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Let's checkout our image using docker images command

REPOSITORY          TAG                   IMAGE ID       CREATED         SIZE
app-dev             latest                3063740d56d8   7 minutes ago   872MB
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Over 850mb for a hello world! While this might be okay for development, but for production let's see how we can reduce our image size

For production

Let's update our Dockerfile by adding a builder and production stage

Update: Notice how we define CGO_ENABLED 0 with ENV in Dockerfile rather than doing directly before go build command. Also, we will be using alpine instead of scratch as it's really hard to debug containers in production with scratch

FROM golang:1.16.5 as builder
# Define build env
ENV GOOS linux
ENV CGO_ENABLED 0
# Add a work directory
WORKDIR /app
# Cache and install dependencies
COPY go.mod go.sum ./
RUN go mod download
# Copy app files
COPY . .
# Build app
RUN go build -o app

FROM alpine:3.14 as production
# Add certificates
RUN apk add --no-cache ca-certificates
# Copy built binary from builder
COPY --from=builder app .
# Expose port
EXPOSE 4000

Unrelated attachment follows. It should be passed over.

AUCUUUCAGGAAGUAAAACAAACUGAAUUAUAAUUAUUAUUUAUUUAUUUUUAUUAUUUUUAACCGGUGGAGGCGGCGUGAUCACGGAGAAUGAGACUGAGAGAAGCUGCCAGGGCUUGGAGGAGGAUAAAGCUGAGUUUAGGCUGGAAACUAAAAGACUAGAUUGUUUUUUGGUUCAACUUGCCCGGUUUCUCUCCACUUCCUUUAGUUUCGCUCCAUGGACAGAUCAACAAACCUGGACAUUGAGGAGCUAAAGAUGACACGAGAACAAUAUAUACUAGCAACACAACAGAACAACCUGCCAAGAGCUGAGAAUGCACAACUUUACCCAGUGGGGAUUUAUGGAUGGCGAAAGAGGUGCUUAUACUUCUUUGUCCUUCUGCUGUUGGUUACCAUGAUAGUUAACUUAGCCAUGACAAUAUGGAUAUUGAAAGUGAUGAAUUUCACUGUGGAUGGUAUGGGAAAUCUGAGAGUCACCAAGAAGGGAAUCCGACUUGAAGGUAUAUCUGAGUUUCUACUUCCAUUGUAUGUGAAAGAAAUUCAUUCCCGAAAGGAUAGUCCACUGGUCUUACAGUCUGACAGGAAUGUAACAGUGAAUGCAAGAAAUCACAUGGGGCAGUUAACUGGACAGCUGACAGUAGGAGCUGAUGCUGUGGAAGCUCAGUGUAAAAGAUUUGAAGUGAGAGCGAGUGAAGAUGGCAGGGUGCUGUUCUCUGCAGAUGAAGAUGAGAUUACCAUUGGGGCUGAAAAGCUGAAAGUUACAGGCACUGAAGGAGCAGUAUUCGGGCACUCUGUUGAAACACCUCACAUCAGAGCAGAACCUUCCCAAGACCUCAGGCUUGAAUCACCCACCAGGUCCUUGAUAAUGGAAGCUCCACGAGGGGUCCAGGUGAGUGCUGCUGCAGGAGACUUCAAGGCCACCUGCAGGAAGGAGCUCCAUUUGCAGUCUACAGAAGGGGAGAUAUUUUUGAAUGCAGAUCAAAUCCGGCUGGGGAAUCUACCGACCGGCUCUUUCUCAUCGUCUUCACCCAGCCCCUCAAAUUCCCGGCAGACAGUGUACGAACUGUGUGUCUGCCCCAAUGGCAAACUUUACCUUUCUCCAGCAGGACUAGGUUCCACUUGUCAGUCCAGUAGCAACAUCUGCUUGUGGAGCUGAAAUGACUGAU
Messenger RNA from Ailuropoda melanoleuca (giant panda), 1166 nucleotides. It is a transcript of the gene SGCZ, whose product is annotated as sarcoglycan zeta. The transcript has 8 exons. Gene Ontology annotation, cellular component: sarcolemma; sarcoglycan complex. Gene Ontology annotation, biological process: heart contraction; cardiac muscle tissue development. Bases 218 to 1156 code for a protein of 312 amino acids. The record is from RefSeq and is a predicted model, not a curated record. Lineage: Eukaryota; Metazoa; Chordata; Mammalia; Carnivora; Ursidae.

# Exec built binary
CMD ./app
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Let's add a build our production image

docker build -t app-prod . --target production
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Let's check out our built production image

docker images
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Using builder pattern we reduced out image size to just ~15mb!!

REPOSITORY                    TAG                   IMAGE ID       CREATED          SIZE
app-prod                      latest                ed84a3896251   50 seconds ago   14.7MB
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let's start our production container on port 80

docker run -p 80:4000 --name app-prod app-prod
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We can also add a Makefile to make our workflow easier

dev:
  docker-compose up

build:
  docker build -t app-prod . --target production

start:
  docker run -p 80:4000 --name app-prod app-prod 
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Next steps

With that, we should be able to take advantage of docker in our workflow and deploy our production images faster to any platform of our choice.

Feel free to reach out to me on Twitter if you face any issues.

Discussion (16)

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andreidascalu profile image